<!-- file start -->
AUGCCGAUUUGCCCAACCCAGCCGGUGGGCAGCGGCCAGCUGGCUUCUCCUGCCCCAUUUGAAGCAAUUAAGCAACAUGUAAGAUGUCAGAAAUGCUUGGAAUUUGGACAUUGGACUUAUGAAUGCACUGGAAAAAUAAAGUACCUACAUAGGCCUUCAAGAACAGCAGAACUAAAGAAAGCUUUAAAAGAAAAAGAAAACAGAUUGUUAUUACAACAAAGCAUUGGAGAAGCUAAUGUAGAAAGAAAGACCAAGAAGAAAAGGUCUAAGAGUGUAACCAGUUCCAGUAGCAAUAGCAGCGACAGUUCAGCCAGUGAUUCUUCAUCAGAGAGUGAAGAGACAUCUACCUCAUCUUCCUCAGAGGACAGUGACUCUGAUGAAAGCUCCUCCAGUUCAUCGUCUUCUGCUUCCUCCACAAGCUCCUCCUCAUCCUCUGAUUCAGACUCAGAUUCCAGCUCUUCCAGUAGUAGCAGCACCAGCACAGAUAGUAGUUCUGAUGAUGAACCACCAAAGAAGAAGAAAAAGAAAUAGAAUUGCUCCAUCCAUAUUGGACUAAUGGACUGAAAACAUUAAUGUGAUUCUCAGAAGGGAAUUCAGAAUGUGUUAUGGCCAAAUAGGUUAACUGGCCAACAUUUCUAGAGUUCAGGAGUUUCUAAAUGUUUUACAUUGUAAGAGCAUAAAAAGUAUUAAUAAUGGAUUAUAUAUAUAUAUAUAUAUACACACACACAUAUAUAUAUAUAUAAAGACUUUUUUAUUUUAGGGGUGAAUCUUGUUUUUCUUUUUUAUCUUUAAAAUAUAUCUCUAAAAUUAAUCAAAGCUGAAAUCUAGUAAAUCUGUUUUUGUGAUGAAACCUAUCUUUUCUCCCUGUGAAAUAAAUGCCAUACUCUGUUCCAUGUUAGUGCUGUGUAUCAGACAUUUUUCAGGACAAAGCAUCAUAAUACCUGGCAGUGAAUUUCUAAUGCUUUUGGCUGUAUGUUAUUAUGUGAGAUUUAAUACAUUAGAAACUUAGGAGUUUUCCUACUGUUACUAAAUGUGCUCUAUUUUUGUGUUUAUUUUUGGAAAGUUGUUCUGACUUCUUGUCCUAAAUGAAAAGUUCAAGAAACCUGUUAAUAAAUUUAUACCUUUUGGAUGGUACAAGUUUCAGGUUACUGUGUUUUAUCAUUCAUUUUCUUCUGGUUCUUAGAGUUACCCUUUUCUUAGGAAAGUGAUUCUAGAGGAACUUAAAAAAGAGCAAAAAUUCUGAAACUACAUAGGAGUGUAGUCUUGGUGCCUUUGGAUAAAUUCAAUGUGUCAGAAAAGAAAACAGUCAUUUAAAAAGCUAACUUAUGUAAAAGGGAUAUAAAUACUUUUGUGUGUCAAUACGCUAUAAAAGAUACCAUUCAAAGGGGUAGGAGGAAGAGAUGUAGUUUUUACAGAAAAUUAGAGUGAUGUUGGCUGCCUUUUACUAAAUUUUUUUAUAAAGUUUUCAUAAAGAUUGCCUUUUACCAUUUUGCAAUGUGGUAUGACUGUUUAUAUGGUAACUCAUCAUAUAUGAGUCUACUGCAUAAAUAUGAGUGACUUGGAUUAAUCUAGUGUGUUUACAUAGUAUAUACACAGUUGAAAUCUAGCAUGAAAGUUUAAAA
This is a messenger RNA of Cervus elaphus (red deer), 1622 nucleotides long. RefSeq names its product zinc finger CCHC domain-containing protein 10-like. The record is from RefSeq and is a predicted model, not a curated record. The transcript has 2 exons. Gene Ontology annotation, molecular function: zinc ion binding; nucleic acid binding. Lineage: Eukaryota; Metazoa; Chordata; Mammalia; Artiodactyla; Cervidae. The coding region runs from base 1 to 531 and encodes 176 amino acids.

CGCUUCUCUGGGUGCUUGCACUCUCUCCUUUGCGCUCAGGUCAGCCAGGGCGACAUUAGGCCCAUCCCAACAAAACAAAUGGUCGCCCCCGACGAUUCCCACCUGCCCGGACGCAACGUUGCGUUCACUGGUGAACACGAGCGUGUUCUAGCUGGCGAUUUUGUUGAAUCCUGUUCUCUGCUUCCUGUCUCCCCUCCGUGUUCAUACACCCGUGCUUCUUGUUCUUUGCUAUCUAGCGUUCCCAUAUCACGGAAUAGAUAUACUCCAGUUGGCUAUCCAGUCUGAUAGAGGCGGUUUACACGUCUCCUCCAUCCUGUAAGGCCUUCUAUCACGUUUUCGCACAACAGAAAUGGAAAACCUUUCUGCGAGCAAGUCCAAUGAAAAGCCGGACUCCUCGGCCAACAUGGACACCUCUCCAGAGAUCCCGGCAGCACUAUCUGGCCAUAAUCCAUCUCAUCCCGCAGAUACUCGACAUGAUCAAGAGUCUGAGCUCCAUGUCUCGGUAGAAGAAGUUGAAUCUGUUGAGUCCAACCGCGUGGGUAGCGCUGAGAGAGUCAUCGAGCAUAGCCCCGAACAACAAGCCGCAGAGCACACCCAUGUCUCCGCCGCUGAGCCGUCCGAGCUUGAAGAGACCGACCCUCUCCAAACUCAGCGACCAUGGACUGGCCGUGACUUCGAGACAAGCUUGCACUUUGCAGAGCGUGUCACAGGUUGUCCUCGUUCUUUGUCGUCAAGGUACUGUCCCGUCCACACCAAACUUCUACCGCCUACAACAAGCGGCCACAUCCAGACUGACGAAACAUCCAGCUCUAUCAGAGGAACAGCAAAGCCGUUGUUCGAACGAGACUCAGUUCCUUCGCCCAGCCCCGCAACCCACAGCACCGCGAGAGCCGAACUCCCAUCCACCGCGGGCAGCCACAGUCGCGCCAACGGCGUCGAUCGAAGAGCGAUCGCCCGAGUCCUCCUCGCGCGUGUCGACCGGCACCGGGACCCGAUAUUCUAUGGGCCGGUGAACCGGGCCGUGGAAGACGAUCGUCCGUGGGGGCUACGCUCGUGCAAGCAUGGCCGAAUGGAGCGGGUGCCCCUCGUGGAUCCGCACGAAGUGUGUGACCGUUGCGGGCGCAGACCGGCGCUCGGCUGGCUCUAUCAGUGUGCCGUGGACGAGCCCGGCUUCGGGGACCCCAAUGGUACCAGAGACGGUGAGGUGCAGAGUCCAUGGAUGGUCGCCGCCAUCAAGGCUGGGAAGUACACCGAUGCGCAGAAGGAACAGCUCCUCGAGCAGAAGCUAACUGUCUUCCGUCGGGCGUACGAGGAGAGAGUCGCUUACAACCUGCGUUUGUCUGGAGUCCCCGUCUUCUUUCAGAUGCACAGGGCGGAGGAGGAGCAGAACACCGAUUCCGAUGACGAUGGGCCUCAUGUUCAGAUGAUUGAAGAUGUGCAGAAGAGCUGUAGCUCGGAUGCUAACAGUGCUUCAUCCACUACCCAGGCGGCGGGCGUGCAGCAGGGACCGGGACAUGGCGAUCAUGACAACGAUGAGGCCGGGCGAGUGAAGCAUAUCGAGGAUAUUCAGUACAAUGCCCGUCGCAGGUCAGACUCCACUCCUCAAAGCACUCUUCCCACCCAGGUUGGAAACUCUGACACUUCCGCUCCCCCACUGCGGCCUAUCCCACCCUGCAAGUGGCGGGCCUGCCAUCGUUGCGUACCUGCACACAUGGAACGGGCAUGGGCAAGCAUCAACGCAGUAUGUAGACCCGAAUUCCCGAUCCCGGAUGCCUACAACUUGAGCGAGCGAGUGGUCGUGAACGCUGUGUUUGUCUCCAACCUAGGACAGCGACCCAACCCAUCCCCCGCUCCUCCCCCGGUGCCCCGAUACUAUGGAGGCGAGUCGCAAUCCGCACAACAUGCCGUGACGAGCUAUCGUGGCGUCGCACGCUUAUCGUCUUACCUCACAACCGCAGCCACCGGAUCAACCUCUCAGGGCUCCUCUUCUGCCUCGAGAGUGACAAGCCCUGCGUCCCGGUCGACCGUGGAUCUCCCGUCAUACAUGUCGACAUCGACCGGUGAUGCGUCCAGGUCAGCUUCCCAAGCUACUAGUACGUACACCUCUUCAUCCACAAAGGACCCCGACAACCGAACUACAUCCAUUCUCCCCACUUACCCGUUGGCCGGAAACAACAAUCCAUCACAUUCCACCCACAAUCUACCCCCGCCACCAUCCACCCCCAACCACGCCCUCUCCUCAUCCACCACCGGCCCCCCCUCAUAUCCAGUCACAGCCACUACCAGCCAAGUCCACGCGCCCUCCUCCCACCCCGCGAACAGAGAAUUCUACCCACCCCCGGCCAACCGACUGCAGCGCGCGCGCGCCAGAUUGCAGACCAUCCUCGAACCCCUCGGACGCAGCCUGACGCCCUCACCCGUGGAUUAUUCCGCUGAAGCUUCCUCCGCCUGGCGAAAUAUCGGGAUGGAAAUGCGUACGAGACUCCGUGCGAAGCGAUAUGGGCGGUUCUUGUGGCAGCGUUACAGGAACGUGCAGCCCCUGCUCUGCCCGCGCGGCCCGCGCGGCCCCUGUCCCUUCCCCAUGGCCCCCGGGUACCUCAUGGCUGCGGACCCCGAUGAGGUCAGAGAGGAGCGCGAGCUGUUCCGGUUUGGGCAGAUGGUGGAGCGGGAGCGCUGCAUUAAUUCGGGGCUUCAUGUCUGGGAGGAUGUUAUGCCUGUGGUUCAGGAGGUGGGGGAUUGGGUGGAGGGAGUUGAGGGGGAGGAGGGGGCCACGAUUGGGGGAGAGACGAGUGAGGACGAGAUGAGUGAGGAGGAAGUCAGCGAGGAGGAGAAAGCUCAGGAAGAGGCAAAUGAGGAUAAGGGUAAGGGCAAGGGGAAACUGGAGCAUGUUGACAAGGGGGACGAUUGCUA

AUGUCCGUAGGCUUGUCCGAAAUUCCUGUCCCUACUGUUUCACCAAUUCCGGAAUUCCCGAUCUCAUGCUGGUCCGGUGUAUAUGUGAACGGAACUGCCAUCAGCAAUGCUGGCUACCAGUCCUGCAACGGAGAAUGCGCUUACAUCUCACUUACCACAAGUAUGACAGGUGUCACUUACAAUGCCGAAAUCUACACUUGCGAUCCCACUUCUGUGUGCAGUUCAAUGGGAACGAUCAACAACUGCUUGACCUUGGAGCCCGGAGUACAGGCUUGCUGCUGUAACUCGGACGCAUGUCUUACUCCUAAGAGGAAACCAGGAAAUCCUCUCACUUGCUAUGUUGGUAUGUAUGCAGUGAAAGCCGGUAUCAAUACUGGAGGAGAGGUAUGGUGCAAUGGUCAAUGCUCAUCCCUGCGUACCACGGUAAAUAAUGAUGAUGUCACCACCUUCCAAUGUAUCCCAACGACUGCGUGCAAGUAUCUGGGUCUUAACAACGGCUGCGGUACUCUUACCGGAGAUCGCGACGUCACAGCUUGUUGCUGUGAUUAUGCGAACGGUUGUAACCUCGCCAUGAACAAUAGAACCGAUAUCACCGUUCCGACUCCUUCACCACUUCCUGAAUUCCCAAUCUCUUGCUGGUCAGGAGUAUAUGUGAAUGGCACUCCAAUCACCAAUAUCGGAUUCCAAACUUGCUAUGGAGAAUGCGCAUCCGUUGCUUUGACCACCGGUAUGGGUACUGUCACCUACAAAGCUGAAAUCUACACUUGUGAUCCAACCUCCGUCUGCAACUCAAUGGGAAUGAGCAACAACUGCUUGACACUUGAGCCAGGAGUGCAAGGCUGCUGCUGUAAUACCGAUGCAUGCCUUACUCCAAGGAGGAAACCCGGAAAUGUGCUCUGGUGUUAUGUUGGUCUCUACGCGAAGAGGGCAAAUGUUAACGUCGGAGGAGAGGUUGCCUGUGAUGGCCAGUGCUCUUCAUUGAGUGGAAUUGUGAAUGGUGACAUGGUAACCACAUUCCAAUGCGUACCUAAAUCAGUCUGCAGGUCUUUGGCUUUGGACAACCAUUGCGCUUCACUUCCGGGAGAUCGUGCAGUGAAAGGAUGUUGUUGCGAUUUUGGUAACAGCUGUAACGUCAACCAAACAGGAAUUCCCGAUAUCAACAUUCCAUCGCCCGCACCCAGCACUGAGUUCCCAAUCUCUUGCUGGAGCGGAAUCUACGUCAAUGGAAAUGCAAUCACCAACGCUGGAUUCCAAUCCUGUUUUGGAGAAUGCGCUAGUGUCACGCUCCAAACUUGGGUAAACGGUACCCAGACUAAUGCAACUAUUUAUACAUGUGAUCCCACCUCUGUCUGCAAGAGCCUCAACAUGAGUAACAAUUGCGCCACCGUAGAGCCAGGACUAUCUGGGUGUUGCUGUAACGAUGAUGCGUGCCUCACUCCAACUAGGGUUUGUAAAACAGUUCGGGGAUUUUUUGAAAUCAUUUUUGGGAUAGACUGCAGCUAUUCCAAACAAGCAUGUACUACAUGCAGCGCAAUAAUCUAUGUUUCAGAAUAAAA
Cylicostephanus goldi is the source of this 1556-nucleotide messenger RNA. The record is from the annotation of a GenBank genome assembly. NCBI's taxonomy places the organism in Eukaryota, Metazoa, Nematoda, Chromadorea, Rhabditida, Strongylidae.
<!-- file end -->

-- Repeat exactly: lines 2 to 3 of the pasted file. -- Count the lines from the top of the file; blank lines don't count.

This is a messenger RNA of Cervus elaphus (red deer), 1622 nucleotides long. RefSeq names its product zinc finger CCHC domain-containing protein 10-like. The record is from RefSeq and is a predicted model, not a curated record. The transcript has 2 exons. Gene Ontology annotation, molecular function: zinc ion binding; nucleic acid binding. Lineage: Eukaryota; Metazoa; Chordata; Mammalia; Artiodactyla; Cervidae. The coding region runs from base 1 to 531 and encodes 176 amino acids.

CGCUUCUCUGGGUGCUUGCACUCUCUCCUUUGCGCUCAGGUCAGCCAGGGCGACAUUAGGCCCAUCCCAACAAAACAAAUGGUCGCCCCCGACGAUUCCCACCUGCCCGGACGCAACGUUGCGUUCACUGGUGAACACGAGCGUGUUCUAGCUGGCGAUUUUGUUGAAUCCUGUUCUCUGCUUCCUGUCUCCCCUCCGUGUUCAUACACCCGUGCUUCUUGUUCUUUGCUAUCUAGCGUUCCCAUAUCACGGAAUAGAUAUACUCCAGUUGGCUAUCCAGUCUGAUAGAGGCGGUUUACACGUCUCCUCCAUCCUGUAAGGCCUUCUAUCACGUUUUCGCACAACAGAAAUGGAAAACCUUUCUGCGAGCAAGUCCAAUGAAAAGCCGGACUCCUCGGCCAACAUGGACACCUCUCCAGAGAUCCCGGCAGCACUAUCUGGCCAUAAUCCAUCUCAUCCCGCAGAUACUCGACAUGAUCAAGAGUCUGAGCUCCAUGUCUCGGUAGAAGAAGUUGAAUCUGUUGAGUCCAACCGCGUGGGUAGCGCUGAGAGAGUCAUCGAGCAUAGCCCCGAACAACAAGCCGCAGAGCACACCCAUGUCUCCGCCGCUGAGCCGUCCGAGCUUGAAGAGACCGACCCUCUCCAAACUCAGCGACCAUGGACUGGCCGUGACUUCGAGACAAGCUUGCACUUUGCAGAGCGUGUCACAGGUUGUCCUCGUUCUUUGUCGUCAAGGUACUGUCCCGUCCACACCAAACUUCUACCGCCUACAACAAGCGGCCACAUCCAGACUGACGAAACAUCCAGCUCUAUCAGAGGAACAGCAAAGCCGUUGUUCGAACGAGACUCAGUUCCUUCGCCCAGCCCCGCAACCCACAGCACCGCGAGAGCCGAACUCCCAUCCACCGCGGGCAGCCACAGUCGCGCCAACGGCGUCGAUCGAAGAGCGAUCGCCCGAGUCCUCCUCGCGCGUGUCGACCGGCACCGGGACCCGAUAUUCUAUGGGCCGGUGAACCGGGCCGUGGAAGACGAUCGUCCGUGGGGGCUACGCUCGUGCAAGCAUGGCCGAAUGGAGCGGGUGCCCCUCGUGGAUCCGCACGAAGUGUGUGACCGUUGCGGGCGCAGACCGGCGCUCGGCUGGCUCUAUCAGUGUGCCGUGGACGAGCCCGGCUUCGGGGACCCCAAUGGUACCAGAGACGGUGAGGUGCAGAGUCCAUGGAUGGUCGCCGCCAUCAAGGCUGGGAAGUACACCGAUGCGCAGAAGGAACAGCUCCUCGAGCAGAAGCUAACUGUCUUCCGUCGGGCGUACGAGGAGAGAGUCGCUUACAACCUGCGUUUGUCUGGAGUCCCCGUCUUCUUUCAGAUGCACAGGGCGGAGGAGGAGCAGAACACCGAUUCCGAUGACGAUGGGCCUCAUGUUCAGAUGAUUGAAGAUGUGCAGAAGAGCUGUAGCUCGGAUGCUAACAGUGCUUCAUCCACUACCCAGGCGGCGGGCGUGCAGCAGGGACCGGGACAUGGCGAUCAUGACAACGAUGAGGCCGGGCGAGUGAAGCAUAUCGAGGAUAUUCAGUACAAUGCCCGUCGCAGGUCAGACUCCACUCCUCAAAGCACUCUUCCCACCCAGGUUGGAAACUCUGACACUUCCGCUCCCCCACUGCGGCCUAUCCCACCCUGCAAGUGGCGGGCCUGCCAUCGUUGCGUACCUGCACACAUGGAACGGGCAUGGGCAAGCAUCAACGCAGUAUGUAGACCCGAAUUCCCGAUCCCGGAUGCCUACAACUUGAGCGAGCGAGUGGUCGUGAACGCUGUGUUUGUCUCCAACCUAGGACAGCGACCCAACCCAUCCCCCGCUCCUCCCCCGGUGCCCCGAUACUAUGGAGGCGAGUCGCAAUCCGCACAACAUGCCGUGACGAGCUAUCGUGGCGUCGCACGCUUAUCGUCUUACCUCACAACCGCAGCCACCGGAUCAACCUCUCAGGGCUCCUCUUCUGCCUCGAGAGUGACAAGCCCUGCGUCCCGGUCGACCGUGGAUCUCCCGUCAUACAUGUCGACAUCGACCGGUGAUGCGUCCAGGUCAGCUUCCCAAGCUACUAGUACGUACACCUCUUCAUCCACAAAGGACCCCGACAACCGAACUACAUCCAUUCUCCCCACUUACCCGUUGGCCGGAAACAACAAUCCAUCACAUUCCACCCACAAUCUACCCCCGCCACCAUCCACCCCCAACCACGCCCUCUCCUCAUCCACCACCGGCCCCCCCUCAUAUCCAGUCACAGCCACUACCAGCCAAGUCCACGCGCCCUCCUCCCACCCCGCGAACAGAGAAUUCUACCCACCCCCGGCCAACCGACUGCAGCGCGCGCGCGCCAGAUUGCAGACCAUCCUCGAACCCCUCGGACGCAGCCUGACGCCCUCACCCGUGGAUUAUUCCGCUGAAGCUUCCUCCGCCUGGCGAAAUAUCGGGAUGGAAAUGCGUACGAGACUCCGUGCGAAGCGAUAUGGGCGGUUCUUGUGGCAGCGUUACAGGAACGUGCAGCCCCUGCUCUGCCCGCGCGGCCCGCGCGGCCCCUGUCCCUUCCCCAUGGCCCCCGGGUACCUCAUGGCUGCGGACCCCGAUGAGGUCAGAGAGGAGCGCGAGCUGUUCCGGUUUGGGCAGAUGGUGGAGCGGGAGCGCUGCAUUAAUUCGGGGCUUCAUGUCUGGGAGGAUGUUAUGCCUGUGGUUCAGGAGGUGGGGGAUUGGGUGGAGGGAGUUGAGGGGGAGGAGGGGGCCACGAUUGGGGGAGAGACGAGUGAGGACGAGAUGAGUGAGGAGGAAGUCAGCGAGGAGGAGAAAGCUCAGGAAGAGGCAAAUGAGGAUAAGGGUAAGGGCAAGGGGAAACUGGAGCAUGUUGACAAGGGGGACGAUUGCUA